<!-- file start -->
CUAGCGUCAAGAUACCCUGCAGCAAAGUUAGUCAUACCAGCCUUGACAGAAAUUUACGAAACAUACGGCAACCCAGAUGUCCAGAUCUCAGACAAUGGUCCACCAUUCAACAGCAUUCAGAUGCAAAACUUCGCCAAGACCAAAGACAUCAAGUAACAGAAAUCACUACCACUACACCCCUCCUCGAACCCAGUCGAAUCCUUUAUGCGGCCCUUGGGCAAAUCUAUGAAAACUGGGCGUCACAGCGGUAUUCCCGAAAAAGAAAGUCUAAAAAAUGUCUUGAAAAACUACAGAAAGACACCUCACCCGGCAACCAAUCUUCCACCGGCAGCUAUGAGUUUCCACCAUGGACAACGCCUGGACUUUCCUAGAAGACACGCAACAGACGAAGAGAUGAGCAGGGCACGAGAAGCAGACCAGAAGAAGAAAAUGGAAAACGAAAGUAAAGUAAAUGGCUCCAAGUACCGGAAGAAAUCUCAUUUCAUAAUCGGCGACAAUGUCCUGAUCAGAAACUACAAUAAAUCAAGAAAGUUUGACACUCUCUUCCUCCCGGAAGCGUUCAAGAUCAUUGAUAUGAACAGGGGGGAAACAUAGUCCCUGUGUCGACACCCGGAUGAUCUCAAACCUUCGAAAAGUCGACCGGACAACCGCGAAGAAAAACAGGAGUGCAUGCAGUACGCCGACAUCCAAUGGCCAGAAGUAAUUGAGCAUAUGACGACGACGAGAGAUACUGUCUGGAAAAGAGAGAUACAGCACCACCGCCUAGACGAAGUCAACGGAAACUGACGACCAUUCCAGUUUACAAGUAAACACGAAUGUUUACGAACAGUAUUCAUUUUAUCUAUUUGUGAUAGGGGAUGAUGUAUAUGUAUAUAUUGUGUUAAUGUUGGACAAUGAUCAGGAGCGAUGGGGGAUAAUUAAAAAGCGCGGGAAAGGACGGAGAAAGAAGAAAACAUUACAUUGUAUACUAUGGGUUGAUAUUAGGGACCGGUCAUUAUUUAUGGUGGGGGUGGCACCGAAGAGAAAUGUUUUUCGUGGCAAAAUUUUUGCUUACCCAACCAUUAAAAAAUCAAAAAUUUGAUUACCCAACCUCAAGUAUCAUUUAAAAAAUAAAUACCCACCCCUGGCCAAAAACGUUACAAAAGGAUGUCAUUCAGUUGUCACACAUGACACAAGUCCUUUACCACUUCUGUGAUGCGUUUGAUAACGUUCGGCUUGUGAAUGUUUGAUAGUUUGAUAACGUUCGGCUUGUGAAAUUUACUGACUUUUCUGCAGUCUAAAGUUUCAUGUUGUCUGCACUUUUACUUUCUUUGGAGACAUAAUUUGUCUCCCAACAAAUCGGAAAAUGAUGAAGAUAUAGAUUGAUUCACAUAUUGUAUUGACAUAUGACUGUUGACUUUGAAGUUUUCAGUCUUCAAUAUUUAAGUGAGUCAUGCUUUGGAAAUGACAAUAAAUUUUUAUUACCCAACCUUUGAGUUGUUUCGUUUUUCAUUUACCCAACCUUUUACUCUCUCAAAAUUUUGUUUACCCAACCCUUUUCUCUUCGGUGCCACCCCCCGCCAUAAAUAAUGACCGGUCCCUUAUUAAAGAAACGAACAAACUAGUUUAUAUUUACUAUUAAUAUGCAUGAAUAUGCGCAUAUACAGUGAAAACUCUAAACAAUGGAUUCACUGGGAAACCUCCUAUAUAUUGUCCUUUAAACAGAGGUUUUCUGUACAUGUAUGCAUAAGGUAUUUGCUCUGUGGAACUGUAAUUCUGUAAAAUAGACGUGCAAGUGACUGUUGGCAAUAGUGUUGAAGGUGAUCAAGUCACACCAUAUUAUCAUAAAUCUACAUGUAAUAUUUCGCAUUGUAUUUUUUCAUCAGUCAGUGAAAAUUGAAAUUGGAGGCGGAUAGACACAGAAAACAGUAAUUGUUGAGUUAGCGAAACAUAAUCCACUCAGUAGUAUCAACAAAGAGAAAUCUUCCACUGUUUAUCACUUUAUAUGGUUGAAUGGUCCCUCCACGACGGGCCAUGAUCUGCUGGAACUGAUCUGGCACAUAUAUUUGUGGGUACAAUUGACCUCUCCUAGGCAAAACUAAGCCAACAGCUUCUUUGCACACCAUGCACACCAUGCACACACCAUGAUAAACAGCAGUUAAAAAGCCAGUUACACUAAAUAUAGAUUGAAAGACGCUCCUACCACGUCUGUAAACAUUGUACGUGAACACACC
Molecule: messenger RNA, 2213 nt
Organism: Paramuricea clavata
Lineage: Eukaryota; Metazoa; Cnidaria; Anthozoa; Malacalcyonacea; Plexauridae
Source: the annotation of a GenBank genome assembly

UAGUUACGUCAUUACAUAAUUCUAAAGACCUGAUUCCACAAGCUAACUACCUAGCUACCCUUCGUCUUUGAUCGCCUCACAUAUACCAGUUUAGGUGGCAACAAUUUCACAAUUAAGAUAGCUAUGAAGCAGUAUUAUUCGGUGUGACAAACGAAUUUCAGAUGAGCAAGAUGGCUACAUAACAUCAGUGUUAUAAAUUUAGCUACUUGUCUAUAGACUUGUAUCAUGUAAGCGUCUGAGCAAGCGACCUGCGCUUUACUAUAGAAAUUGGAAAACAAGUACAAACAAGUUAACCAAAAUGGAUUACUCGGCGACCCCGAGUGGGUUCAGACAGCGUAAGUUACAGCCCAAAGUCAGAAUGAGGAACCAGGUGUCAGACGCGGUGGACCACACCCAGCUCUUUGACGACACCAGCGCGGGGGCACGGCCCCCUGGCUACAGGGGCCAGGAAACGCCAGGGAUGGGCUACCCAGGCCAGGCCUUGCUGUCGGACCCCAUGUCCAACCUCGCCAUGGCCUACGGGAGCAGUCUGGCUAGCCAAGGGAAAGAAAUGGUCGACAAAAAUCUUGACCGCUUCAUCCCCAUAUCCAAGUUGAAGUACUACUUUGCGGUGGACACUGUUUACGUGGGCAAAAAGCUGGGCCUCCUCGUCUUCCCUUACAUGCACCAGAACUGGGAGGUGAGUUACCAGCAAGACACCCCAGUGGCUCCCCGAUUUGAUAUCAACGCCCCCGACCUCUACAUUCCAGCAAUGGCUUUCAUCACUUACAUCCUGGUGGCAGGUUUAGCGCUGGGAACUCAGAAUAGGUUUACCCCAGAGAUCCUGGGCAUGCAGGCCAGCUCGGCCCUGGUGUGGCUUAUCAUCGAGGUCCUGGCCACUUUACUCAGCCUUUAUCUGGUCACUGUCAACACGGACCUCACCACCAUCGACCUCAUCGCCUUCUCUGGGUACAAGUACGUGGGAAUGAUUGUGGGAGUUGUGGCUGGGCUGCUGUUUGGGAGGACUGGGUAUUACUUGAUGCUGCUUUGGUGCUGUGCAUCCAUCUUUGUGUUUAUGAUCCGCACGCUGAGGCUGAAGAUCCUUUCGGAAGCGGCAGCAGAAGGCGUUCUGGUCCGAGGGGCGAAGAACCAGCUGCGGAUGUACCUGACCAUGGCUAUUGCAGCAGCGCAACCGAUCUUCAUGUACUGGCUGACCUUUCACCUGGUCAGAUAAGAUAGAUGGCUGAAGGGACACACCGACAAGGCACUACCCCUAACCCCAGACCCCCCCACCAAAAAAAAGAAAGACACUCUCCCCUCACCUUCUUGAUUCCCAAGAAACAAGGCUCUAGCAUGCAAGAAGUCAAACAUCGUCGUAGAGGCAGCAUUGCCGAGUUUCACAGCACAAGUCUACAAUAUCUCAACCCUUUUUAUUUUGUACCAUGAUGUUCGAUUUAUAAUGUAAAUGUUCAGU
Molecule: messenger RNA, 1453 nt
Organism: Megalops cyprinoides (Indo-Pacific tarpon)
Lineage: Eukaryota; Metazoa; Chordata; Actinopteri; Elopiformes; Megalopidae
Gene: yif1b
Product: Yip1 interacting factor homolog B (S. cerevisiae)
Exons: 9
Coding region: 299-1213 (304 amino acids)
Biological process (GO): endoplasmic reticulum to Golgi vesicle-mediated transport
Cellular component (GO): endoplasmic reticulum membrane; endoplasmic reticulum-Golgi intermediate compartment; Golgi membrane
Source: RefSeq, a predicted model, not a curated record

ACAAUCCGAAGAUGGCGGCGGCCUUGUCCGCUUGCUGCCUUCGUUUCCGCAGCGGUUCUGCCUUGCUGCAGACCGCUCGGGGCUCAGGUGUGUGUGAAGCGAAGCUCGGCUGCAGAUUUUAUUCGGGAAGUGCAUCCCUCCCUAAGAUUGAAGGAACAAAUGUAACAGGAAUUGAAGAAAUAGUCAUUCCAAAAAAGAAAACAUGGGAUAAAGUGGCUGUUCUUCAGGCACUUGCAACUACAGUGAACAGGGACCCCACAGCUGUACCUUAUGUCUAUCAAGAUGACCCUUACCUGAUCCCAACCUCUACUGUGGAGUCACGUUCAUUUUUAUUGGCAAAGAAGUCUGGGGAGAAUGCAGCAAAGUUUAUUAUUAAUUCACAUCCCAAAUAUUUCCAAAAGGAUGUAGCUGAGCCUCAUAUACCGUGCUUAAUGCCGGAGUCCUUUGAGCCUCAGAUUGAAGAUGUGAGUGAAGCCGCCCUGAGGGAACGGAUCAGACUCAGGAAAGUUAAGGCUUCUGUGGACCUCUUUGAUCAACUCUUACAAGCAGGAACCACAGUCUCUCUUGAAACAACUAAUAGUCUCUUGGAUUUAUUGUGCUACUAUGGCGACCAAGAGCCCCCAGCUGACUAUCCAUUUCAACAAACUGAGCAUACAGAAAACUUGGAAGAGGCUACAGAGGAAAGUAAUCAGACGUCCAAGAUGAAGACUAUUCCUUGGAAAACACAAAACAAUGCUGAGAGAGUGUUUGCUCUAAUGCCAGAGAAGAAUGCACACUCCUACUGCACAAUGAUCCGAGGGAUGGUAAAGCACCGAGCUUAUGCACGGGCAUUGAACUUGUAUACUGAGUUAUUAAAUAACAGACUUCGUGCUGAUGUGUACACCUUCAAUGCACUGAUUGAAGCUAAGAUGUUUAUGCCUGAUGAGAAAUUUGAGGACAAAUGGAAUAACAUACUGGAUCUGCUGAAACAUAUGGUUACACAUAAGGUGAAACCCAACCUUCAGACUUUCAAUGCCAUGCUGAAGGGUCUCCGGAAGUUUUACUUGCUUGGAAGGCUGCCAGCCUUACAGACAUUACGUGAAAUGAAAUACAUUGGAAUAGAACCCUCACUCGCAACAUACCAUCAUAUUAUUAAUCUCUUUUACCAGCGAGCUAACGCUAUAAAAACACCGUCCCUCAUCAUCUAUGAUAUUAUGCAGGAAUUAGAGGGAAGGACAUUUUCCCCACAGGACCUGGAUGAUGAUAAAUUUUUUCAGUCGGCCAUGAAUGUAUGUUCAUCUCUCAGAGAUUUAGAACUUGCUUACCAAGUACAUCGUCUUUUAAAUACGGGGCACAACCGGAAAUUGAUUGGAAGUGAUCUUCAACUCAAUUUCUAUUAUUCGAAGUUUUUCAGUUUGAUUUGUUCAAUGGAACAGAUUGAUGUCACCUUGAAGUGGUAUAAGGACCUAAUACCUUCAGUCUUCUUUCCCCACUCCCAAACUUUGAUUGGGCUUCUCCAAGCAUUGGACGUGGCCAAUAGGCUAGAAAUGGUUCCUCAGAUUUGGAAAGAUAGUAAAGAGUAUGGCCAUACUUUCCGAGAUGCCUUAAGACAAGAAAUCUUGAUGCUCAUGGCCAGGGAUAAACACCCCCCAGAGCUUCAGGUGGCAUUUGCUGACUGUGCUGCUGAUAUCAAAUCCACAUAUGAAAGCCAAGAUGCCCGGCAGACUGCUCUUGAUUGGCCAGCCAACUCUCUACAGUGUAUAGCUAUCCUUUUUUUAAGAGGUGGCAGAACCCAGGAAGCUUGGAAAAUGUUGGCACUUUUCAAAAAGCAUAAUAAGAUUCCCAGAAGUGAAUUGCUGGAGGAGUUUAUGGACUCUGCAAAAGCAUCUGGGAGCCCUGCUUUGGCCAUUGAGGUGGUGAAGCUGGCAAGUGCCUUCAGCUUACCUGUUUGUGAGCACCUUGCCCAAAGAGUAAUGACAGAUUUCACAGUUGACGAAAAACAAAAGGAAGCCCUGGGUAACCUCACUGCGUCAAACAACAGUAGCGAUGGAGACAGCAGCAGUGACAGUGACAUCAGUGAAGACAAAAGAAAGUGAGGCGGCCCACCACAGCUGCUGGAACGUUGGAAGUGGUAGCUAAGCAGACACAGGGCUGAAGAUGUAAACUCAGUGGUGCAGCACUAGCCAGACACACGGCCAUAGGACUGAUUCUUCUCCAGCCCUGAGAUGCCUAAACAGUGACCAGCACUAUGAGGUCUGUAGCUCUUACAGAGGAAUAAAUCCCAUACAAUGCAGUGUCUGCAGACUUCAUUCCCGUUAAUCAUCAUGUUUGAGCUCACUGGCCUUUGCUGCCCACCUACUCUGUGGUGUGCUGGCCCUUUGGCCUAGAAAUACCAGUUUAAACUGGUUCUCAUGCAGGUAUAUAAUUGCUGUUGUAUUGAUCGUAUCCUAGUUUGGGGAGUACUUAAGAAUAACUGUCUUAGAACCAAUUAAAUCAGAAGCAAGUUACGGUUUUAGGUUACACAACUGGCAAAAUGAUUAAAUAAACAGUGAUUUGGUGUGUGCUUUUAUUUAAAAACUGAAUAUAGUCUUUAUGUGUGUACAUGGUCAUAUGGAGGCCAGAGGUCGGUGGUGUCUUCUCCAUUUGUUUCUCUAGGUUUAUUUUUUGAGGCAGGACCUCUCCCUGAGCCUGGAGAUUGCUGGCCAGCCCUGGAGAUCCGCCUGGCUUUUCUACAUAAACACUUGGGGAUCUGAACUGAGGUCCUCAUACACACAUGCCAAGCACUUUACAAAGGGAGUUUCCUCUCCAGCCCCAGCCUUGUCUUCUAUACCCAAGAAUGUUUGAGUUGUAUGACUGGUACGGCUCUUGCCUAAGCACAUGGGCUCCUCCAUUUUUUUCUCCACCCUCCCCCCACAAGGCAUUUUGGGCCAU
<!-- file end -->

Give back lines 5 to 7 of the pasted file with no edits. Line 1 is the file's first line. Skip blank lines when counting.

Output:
Source: the annotation of a GenBank genome assembly

UAGUUACGUCAUUACAUAAUUCUAAAGACCUGAUUCCACAAGCUAACUACCUAGCUACCCUUCGUCUUUGAUCGCCUCACAUAUACCAGUUUAGGUGGCAACAAUUUCACAAUUAAGAUAGCUAUGAAGCAGUAUUAUUCGGUGUGACAAACGAAUUUCAGAUGAGCAAGAUGGCUACAUAACAUCAGUGUUAUAAAUUUAGCUACUUGUCUAUAGACUUGUAUCAUGUAAGCGUCUGAGCAAGCGACCUGCGCUUUACUAUAGAAAUUGGAAAACAAGUACAAACAAGUUAACCAAAAUGGAUUACUCGGCGACCCCGAGUGGGUUCAGACAGCGUAAGUUACAGCCCAAAGUCAGAAUGAGGAACCAGGUGUCAGACGCGGUGGACCACACCCAGCUCUUUGACGACACCAGCGCGGGGGCACGGCCCCCUGGCUACAGGGGCCAGGAAACGCCAGGGAUGGGCUACCCAGGCCAGGCCUUGCUGUCGGACCCCAUGUCCAACCUCGCCAUGGCCUACGGGAGCAGUCUGGCUAGCCAAGGGAAAGAAAUGGUCGACAAAAAUCUUGACCGCUUCAUCCCCAUAUCCAAGUUGAAGUACUACUUUGCGGUGGACACUGUUUACGUGGGCAAAAAGCUGGGCCUCCUCGUCUUCCCUUACAUGCACCAGAACUGGGAGGUGAGUUACCAGCAAGACACCCCAGUGGCUCCCCGAUUUGAUAUCAACGCCCCCGACCUCUACAUUCCAGCAAUGGCUUUCAUCACUUACAUCCUGGUGGCAGGUUUAGCGCUGGGAACUCAGAAUAGGUUUACCCCAGAGAUCCUGGGCAUGCAGGCCAGCUCGGCCCUGGUGUGGCUUAUCAUCGAGGUCCUGGCCACUUUACUCAGCCUUUAUCUGGUCACUGUCAACACGGACCUCACCACCAUCGACCUCAUCGCCUUCUCUGGGUACAAGUACGUGGGAAUGAUUGUGGGAGUUGUGGCUGGGCUGCUGUUUGGGAGGACUGGGUAUUACUUGAUGCUGCUUUGGUGCUGUGCAUCCAUCUUUGUGUUUAUGAUCCGCACGCUGAGGCUGAAGAUCCUUUCGGAAGCGGCAGCAGAAGGCGUUCUGGUCCGAGGGGCGAAGAACCAGCUGCGGAUGUACCUGACCAUGGCUAUUGCAGCAGCGCAACCGAUCUUCAUGUACUGGCUGACCUUUCACCUGGUCAGAUAAGAUAGAUGGCUGAAGGGACACACCGACAAGGCACUACCCCUAACCCCAGACCCCCCCACCAAAAAAAAGAAAGACACUCUCCCCUCACCUUCUUGAUUCCCAAGAAACAAGGCUCUAGCAUGCAAGAAGUCAAACAUCGUCGUAGAGGCAGCAUUGCCGAGUUUCACAGCACAAGUCUACAAUAUCUCAACCCUUUUUAUUUUGUACCAUGAUGUUCGAUUUAUAAUGUAAAUGUUCAGU
Molecule: messenger RNA, 1453 nt